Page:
This is the second part of my Hello AFU tutorial. In the last part we setup the base project and wrote a few scripts that will help view signals in ModelSim.
In this part we’ll look at the signals received by the AFU from the PSL and implement the reset handling required by all AFUs.
Resetting the AFU
The first thing the PSL requests of the AFU is to reset to a known good state. This is very easy to implement at this point as we have no internal state! Let’s look at the signals coming in for this.
There are two implemented job control commands documented in the CAPI User’s Manual: START(0x90) and RESET(0x80). Initially and between jobs, the RESET command is sent to the AFU. The expectation on the AFU when given a RESET command is that it will reset its internal state, then raise the
ah_jdone signal for a cycle.
Tip: All signals that begin with ah_ represent signals from the Accelerator to Host, signals starting with ha_ represent from the Host to the Accelerator
The purpose for each signal is documented within the CAPI User’s Manual, for the RESET command only the
ha_jcom are important on the receiving side.
ha_jcompar should also be properly set to set to the odd parity bit.
Before we handle this signal, let’s fix all the floating signals we’re sending back. They are floating because we aren’t explicitly setting these signals high or low, so lets set them all low. I’ll set the
parity_enabled signals low while I’m at it. The signal names are different in my code as I’ve given them more verbose names in the
capi.sv package file used to abstract these out. I’ve added this to my
parity_afu module definition just above the
assign job_out.running = 0, job_out.done = 0, job_out.cack = 0, job_out.error = 0, job_out.yield = 0, timebase_request = 0, parity_enabled = 0;
Additionally, I will need to uncomment the portion of
afu.sv that routes these signals into the AFU.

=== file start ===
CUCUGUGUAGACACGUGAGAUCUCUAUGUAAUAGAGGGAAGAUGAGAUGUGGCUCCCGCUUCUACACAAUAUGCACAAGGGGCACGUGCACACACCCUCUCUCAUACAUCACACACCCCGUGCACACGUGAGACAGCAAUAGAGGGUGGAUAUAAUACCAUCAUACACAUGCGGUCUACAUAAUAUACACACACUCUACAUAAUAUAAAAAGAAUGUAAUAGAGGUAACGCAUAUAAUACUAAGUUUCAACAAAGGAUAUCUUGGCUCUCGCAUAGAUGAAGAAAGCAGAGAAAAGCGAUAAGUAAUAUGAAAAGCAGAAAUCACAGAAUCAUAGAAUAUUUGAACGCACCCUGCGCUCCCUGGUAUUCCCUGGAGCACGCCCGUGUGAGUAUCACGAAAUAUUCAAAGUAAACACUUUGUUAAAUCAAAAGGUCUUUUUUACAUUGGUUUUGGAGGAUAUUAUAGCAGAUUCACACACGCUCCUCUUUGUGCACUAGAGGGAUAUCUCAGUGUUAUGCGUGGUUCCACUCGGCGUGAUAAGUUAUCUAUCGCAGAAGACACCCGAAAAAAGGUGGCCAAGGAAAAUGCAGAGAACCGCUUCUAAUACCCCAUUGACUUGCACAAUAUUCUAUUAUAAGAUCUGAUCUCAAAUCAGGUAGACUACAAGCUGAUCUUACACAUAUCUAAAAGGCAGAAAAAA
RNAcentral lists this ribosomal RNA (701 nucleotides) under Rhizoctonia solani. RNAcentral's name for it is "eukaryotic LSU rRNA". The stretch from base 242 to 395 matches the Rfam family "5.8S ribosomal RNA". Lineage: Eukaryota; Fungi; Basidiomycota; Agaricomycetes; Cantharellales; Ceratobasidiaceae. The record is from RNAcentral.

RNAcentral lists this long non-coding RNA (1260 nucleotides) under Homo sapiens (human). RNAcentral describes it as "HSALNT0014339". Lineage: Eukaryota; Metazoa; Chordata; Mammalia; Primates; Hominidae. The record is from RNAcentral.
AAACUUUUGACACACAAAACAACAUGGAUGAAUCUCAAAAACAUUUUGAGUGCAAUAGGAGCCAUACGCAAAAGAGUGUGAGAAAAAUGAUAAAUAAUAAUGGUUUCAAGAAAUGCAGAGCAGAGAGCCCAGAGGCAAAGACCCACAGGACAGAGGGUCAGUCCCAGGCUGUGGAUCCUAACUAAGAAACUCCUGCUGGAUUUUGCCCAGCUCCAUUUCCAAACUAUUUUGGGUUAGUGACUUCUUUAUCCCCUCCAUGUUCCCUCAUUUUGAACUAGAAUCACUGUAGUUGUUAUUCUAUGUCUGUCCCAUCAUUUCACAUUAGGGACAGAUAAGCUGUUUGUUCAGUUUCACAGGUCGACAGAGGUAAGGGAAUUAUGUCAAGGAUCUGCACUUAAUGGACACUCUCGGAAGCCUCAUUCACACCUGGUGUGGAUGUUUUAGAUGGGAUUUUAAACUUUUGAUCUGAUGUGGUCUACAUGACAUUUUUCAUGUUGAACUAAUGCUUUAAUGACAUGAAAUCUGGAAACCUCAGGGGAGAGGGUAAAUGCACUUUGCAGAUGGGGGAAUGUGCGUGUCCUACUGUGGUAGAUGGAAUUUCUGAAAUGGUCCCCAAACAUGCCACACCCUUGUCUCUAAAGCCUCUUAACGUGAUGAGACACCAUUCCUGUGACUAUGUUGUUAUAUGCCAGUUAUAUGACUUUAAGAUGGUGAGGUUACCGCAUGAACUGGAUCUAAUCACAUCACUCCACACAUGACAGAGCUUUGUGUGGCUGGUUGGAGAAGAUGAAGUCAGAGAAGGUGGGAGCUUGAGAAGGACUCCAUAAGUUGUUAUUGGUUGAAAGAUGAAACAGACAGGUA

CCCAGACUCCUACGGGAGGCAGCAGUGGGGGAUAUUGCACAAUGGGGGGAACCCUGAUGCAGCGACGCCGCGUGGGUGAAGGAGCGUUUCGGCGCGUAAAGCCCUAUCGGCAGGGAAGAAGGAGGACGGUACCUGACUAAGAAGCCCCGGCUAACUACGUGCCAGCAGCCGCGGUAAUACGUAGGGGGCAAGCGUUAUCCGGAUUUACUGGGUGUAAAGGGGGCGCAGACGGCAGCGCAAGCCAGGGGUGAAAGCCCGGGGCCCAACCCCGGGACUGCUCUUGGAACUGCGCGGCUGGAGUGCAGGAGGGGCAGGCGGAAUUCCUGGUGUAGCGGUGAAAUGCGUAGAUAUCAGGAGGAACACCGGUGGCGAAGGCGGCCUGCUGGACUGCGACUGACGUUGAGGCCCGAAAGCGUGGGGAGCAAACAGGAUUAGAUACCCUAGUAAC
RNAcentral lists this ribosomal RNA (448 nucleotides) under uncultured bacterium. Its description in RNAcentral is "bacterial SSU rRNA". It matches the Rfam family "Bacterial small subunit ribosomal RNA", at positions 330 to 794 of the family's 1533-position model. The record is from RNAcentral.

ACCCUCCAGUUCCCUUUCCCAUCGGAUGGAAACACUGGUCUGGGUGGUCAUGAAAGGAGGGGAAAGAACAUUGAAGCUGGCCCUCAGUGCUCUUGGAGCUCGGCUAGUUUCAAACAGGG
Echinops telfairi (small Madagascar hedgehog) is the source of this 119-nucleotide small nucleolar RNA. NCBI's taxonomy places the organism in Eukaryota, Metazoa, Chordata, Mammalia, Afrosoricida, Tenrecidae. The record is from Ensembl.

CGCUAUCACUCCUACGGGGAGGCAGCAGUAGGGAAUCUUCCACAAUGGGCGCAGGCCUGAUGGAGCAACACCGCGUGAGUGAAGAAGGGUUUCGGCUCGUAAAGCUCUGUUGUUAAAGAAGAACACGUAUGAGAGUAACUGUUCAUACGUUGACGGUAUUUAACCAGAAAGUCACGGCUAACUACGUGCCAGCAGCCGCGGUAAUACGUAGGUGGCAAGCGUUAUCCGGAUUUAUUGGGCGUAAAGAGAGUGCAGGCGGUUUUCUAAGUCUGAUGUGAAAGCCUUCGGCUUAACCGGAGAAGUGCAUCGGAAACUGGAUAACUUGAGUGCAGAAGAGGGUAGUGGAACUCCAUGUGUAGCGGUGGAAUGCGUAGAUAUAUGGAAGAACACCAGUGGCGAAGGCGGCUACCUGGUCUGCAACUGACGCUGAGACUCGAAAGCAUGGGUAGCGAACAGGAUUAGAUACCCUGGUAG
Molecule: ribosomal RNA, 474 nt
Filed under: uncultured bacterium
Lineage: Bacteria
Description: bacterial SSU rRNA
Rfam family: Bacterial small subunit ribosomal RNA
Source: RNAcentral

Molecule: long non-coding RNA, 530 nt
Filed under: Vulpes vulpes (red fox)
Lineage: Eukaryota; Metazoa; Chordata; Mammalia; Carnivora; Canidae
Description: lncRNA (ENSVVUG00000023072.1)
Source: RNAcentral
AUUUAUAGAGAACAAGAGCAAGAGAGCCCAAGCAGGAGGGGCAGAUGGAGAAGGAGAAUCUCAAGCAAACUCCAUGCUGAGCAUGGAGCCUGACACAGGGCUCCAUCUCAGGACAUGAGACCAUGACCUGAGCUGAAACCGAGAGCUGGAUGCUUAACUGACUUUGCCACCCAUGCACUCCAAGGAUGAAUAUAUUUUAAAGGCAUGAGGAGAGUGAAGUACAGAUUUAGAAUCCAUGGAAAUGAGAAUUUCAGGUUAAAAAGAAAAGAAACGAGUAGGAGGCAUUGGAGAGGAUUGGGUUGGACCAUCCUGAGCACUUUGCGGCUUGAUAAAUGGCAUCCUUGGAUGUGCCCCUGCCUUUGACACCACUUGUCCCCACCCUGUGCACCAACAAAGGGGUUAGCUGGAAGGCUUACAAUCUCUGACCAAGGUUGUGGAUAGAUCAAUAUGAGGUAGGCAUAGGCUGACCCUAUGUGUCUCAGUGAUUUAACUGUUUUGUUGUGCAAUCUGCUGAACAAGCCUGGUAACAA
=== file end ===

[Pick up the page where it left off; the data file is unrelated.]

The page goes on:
Also, before testing this in the simulator, I write one more do file
test.do to make it easier to see what I’m working on in simulation. It will prepare simulation, watch the job interface, then run for 10 cycles.
vsim work.top do watch_job_interface.do run 40
With those changes made I’ll verify the signals are now being driven low.
There two main ways to drive signals in SystemVerilog, blocking
= and non-blocking
<=. These can be confusing terms, this page can help clear it up a little bit. Until you’re comfortable with the difference I suggest you use
= only in
assign statements where you are driving a signal to a constant value as we are so far. When you use
<=, the value will stick in a register, preserving it’s value until changed later.
To send our
ah_jdone signal, we need to detect when the
ha_jval is high combined with a
ha_jcom set to RESET, then we’ll know it’s appropriate to raise the
For signals that we want to change during a clock cycle, we can put non-blocking assignments in an
always_ff block. We first need to remove the blocking assignment made with the
assign command as only one driver can be used to set the signal. Next we’ll add an
if statement that will drive the
done signal high only if a valid reset command is given, we also need to set it low in all other conditions so we’ll use an
else statement to ensure we get that behavior.
always_ff @(posedge clock) begin if(job_in.valid & job_in.command == RESET) begin job_out.done <= 1; end else begin job_out.done <= 0; end end
I’ve been advised that there is one thing wrong with this design, the done signal should be sent on the next clock cycle. We need something to help us delay the signal.
Making a shift register
There are a few ways to do this, I’ve elected to use a shift register to fulfill this need.
This shift register will pass its input to its output, delaying changes by a single clock cycle. It’s not the most useful shift register but it will do for this purpose.
module shift_register ( input logic clock, input logic in, output logic out); always_ff @ (posedge clock) begin out <= in; end endmodule
To use this module in our
parity_afu module, we’ll need to create an instance of our
shift_register module and a variable to reference its input. In the instance we create we’ll reference the inputs and outputs, then change our job logic to use the new
jdone variable instead of the direct output.
logic jdone; shift_register jdone_shift( .clock(clock), .in(jdone), .out(job_out.done));
Once this is all said and done, we should get the output shifted back a cycle as we desired. Since the shift register is setup with our internal
jdone as input and the
job_out.done as output, this will affect all assignments to
See these changes committed here.
This should be sufficient to handle the reset command for now. The next set of signals our AFU will receive will be requests for the AFU descriptor over the MMIO interface, I’ll walk through implementing this in my next post.